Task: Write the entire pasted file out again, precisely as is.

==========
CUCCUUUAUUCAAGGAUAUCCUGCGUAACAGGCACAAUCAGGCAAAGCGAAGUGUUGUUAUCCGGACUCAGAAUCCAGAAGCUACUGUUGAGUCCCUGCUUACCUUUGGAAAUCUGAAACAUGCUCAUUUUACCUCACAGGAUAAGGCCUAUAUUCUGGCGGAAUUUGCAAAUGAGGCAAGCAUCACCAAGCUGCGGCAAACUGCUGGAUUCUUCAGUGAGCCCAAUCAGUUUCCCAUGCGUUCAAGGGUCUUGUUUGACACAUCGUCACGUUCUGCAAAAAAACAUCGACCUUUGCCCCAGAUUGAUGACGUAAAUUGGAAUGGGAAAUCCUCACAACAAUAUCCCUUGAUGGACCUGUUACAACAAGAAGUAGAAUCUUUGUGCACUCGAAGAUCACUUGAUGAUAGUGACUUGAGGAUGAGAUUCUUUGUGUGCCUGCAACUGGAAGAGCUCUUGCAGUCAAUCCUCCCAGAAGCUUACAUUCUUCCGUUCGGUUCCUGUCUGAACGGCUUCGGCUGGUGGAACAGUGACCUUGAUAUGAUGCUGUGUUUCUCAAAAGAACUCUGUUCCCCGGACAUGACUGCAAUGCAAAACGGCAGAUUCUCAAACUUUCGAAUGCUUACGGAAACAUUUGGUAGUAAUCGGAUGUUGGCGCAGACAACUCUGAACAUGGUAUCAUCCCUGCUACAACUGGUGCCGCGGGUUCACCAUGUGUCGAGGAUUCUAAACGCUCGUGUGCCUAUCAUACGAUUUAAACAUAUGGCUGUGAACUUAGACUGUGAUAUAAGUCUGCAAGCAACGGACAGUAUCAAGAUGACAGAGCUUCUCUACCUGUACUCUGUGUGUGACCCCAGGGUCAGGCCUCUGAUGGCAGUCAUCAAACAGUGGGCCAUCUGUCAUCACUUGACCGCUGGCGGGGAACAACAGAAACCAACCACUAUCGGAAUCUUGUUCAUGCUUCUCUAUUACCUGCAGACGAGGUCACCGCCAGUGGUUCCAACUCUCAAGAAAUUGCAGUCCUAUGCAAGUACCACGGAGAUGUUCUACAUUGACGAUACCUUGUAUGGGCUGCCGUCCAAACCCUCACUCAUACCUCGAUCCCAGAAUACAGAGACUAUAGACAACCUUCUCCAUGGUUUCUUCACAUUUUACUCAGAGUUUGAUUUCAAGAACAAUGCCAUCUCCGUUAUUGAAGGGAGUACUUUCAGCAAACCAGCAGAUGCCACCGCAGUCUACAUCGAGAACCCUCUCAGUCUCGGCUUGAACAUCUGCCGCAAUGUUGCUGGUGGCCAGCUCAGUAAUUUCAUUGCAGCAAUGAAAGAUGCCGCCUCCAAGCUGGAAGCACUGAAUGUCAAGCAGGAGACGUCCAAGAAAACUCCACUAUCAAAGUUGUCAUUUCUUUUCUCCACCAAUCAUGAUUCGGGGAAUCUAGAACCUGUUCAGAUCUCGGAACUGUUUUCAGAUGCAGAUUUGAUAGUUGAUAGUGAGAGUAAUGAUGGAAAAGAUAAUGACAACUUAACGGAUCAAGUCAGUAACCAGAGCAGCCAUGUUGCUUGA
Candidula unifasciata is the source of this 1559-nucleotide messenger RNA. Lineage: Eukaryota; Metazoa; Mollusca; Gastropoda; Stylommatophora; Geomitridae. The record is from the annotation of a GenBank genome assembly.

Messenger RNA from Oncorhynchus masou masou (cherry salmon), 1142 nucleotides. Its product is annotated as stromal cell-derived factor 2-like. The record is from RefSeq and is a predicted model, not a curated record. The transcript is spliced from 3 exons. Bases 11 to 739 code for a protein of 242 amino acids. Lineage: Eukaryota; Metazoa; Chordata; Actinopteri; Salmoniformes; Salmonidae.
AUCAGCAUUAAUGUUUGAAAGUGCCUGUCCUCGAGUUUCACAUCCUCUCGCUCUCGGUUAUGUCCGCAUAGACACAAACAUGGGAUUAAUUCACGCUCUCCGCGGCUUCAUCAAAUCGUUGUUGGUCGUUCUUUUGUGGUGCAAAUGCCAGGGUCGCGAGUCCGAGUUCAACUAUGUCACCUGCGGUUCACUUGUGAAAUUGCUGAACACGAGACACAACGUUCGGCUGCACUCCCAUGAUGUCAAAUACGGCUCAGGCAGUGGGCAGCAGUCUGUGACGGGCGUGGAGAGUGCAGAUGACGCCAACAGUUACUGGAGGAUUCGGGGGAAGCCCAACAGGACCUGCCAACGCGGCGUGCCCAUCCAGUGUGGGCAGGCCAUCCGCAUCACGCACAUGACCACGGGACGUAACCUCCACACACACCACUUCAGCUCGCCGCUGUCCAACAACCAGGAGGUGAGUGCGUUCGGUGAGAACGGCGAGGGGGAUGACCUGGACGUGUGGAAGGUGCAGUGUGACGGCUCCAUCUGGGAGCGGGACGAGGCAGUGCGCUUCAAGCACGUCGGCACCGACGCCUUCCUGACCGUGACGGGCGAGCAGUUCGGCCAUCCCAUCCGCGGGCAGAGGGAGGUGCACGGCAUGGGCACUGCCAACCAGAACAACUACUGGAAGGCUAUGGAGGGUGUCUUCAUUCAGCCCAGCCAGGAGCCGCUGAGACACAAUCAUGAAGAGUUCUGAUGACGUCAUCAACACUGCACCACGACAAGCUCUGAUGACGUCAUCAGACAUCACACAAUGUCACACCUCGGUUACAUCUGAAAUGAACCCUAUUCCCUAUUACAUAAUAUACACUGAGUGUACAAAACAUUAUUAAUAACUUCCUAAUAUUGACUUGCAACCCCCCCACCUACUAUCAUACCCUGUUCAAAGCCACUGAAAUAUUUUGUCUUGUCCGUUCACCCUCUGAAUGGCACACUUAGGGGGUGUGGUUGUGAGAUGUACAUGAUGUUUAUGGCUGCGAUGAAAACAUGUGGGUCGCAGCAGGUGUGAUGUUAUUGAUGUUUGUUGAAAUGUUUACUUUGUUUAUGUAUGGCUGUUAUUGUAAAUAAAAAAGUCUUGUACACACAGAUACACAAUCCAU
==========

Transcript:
CUCCUUUAUUCAAGGAUAUCCUGCGUAACAGGCACAAUCAGGCAAAGCGAAGUGUUGUUAUCCGGACUCAGAAUCCAGAAGCUACUGUUGAGUCCCUGCUUACCUUUGGAAAUCUGAAACAUGCUCAUUUUACCUCACAGGAUAAGGCCUAUAUUCUGGCGGAAUUUGCAAAUGAGGCAAGCAUCACCAAGCUGCGGCAAACUGCUGGAUUCUUCAGUGAGCCCAAUCAGUUUCCCAUGCGUUCAAGGGUCUUGUUUGACACAUCGUCACGUUCUGCAAAAAAACAUCGACCUUUGCCCCAGAUUGAUGACGUAAAUUGGAAUGGGAAAUCCUCACAACAAUAUCCCUUGAUGGACCUGUUACAACAAGAAGUAGAAUCUUUGUGCACUCGAAGAUCACUUGAUGAUAGUGACUUGAGGAUGAGAUUCUUUGUGUGCCUGCAACUGGAAGAGCUCUUGCAGUCAAUCCUCCCAGAAGCUUACAUUCUUCCGUUCGGUUCCUGUCUGAACGGCUUCGGCUGGUGGAACAGUGACCUUGAUAUGAUGCUGUGUUUCUCAAAAGAACUCUGUUCCCCGGACAUGACUGCAAUGCAAAACGGCAGAUUCUCAAACUUUCGAAUGCUUACGGAAACAUUUGGUAGUAAUCGGAUGUUGGCGCAGACAACUCUGAACAUGGUAUCAUCCCUGCUACAACUGGUGCCGCGGGUUCACCAUGUGUCGAGGAUUCUAAACGCUCGUGUGCCUAUCAUACGAUUUAAACAUAUGGCUGUGAACUUAGACUGUGAUAUAAGUCUGCAAGCAACGGACAGUAUCAAGAUGACAGAGCUUCUCUACCUGUACUCUGUGUGUGACCCCAGGGUCAGGCCUCUGAUGGCAGUCAUCAAACAGUGGGCCAUCUGUCAUCACUUGACCGCUGGCGGGGAACAACAGAAACCAACCACUAUCGGAAUCUUGUUCAUGCUUCUCUAUUACCUGCAGACGAGGUCACCGCCAGUGGUUCCAACUCUCAAGAAAUUGCAGUCCUAUGCAAGUACCACGGAGAUGUUCUACAUUGACGAUACCUUGUAUGGGCUGCCGUCCAAACCCUCACUCAUACCUCGAUCCCAGAAUACAGAGACUAUAGACAACCUUCUCCAUGGUUUCUUCACAUUUUACUCAGAGUUUGAUUUCAAGAACAAUGCCAUCUCCGUUAUUGAAGGGAGUACUUUCAGCAAACCAGCAGAUGCCACCGCAGUCUACAUCGAGAACCCUCUCAGUCUCGGCUUGAACAUCUGCCGCAAUGUUGCUGGUGGCCAGCUCAGUAAUUUCAUUGCAGCAAUGAAAGAUGCCGCCUCCAAGCUGGAAGCACUGAAUGUCAAGCAGGAGACGUCCAAGAAAACUCCACUAUCAAAGUUGUCAUUUCUUUUCUCCACCAAUCAUGAUUCGGGGAAUCUAGAACCUGUUCAGAUCUCGGAACUGUUUUCAGAUGCAGAUUUGAUAGUUGAUAGUGAGAGUAAUGAUGGAAAAGAUAAUGACAACUUAACGGAUCAAGUCAGUAACCAGAGCAGCCAUGUUGCUUGA
Candidula unifasciata is the source of this 1559-nucleotide messenger RNA. Lineage: Eukaryota; Metazoa; Mollusca; Gastropoda; Stylommatophora; Geomitridae. The record is from the annotation of a GenBank genome assembly.

Messenger RNA from Oncorhynchus masou masou (cherry salmon), 1142 nucleotides. Its product is annotated as stromal cell-derived factor 2-like. The record is from RefSeq and is a predicted model, not a curated record. The transcript is spliced from 3 exons. Bases 11 to 739 code for a protein of 242 amino acids. Lineage: Eukaryota; Metazoa; Chordata; Actinopteri; Salmoniformes; Salmonidae.
AUCAGCAUUAAUGUUUGAAAGUGCCUGUCCUCGAGUUUCACAUCCUCUCGCUCUCGGUUAUGUCCGCAUAGACACAAACAUGGGAUUAAUUCACGCUCUCCGCGGCUUCAUCAAAUCGUUGUUGGUCGUUCUUUUGUGGUGCAAAUGCCAGGGUCGCGAGUCCGAGUUCAACUAUGUCACCUGCGGUUCACUUGUGAAAUUGCUGAACACGAGACACAACGUUCGGCUGCACUCCCAUGAUGUCAAAUACGGCUCAGGCAGUGGGCAGCAGUCUGUGACGGGCGUGGAGAGUGCAGAUGACGCCAACAGUUACUGGAGGAUUCGGGGGAAGCCCAACAGGACCUGCCAACGCGGCGUGCCCAUCCAGUGUGGGCAGGCCAUCCGCAUCACGCACAUGACCACGGGACGUAACCUCCACACACACCACUUCAGCUCGCCGCUGUCCAACAACCAGGAGGUGAGUGCGUUCGGUGAGAACGGCGAGGGGGAUGACCUGGACGUGUGGAAGGUGCAGUGUGACGGCUCCAUCUGGGAGCGGGACGAGGCAGUGCGCUUCAAGCACGUCGGCACCGACGCCUUCCUGACCGUGACGGGCGAGCAGUUCGGCCAUCCCAUCCGCGGGCAGAGGGAGGUGCACGGCAUGGGCACUGCCAACCAGAACAACUACUGGAAGGCUAUGGAGGGUGUCUUCAUUCAGCCCAGCCAGGAGCCGCUGAGACACAAUCAUGAAGAGUUCUGAUGACGUCAUCAACACUGCACCACGACAAGCUCUGAUGACGUCAUCAGACAUCACACAAUGUCACACCUCGGUUACAUCUGAAAUGAACCCUAUUCCCUAUUACAUAAUAUACACUGAGUGUACAAAACAUUAUUAAUAACUUCCUAAUAUUGACUUGCAACCCCCCCACCUACUAUCAUACCCUGUUCAAAGCCACUGAAAUAUUUUGUCUUGUCCGUUCACCCUCUGAAUGGCACACUUAGGGGGUGUGGUUGUGAGAUGUACAUGAUGUUUAUGGCUGCGAUGAAAACAUGUGGGUCGCAGCAGGUGUGAUGUUAUUGAUGUUUGUUGAAAUGUUUACUUUGUUUAUGUAUGGCUGUUAUUGUAAAUAAAAAAGUCUUGUACACACAGAUACACAAUCCAU